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Article
November 1935

RENAL AMYLOIDOSIS: CLINICAL COURSE AND PATHOLOGIC LESIONS IN SIXTEEN CASES

Author Affiliations

MINNEAPOLIS; OAK TERRACE, MINN.

From the Nicollet Clinic of Minneapolis and the Glen Lake Sanatorium, Oak Terrace.

Arch Intern Med (Chic). 1935;56(5):944-975. doi:10.1001/archinte.1935.00170030112012
Abstract

While renal amyloidosis is a common complication of tuberculosis, apparently it has not received much attention from English-speaking physicians, so far as published reports are concerned. Reports of only 14 cases of amyloid in the kidneys were found in a review of the literature from Jan. 1, 1917, to Dec. 31, 1932. We found the following cases reported, including those of both tuberculous and nontuberculous origin:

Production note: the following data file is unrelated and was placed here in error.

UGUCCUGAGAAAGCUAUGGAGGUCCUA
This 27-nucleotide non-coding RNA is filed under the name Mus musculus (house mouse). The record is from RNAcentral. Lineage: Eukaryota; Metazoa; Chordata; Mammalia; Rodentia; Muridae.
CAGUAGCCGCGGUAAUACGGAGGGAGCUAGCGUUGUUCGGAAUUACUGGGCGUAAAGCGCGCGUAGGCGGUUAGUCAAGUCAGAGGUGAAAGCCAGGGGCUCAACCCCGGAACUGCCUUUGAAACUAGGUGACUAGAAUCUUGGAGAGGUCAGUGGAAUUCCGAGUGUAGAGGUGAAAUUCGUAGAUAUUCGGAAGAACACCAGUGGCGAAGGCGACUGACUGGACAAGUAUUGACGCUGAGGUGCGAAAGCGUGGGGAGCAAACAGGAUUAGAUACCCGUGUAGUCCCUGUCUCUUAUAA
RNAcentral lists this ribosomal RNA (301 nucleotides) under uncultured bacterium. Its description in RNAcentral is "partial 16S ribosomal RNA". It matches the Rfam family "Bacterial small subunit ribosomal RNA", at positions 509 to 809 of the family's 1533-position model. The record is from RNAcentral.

Noble and Major1 reported 3 cases, 2 of which occurred in conjunction with chronic osteomyelitis (presumably nontuberculous) and 1 of which was of undetermined etiology. Cabot2 reported a case in which there was unexplained fever of four months' duration. Necropsy revealed abdominal lymphadenopathy with ascites. The pathologic report on a lymph gland was "chronic inflammation." Christian3 reported a case in which no cause for the general amyloidosis could be found. Shapiro4 reported 1 case of a patient with tuberculous arthritis

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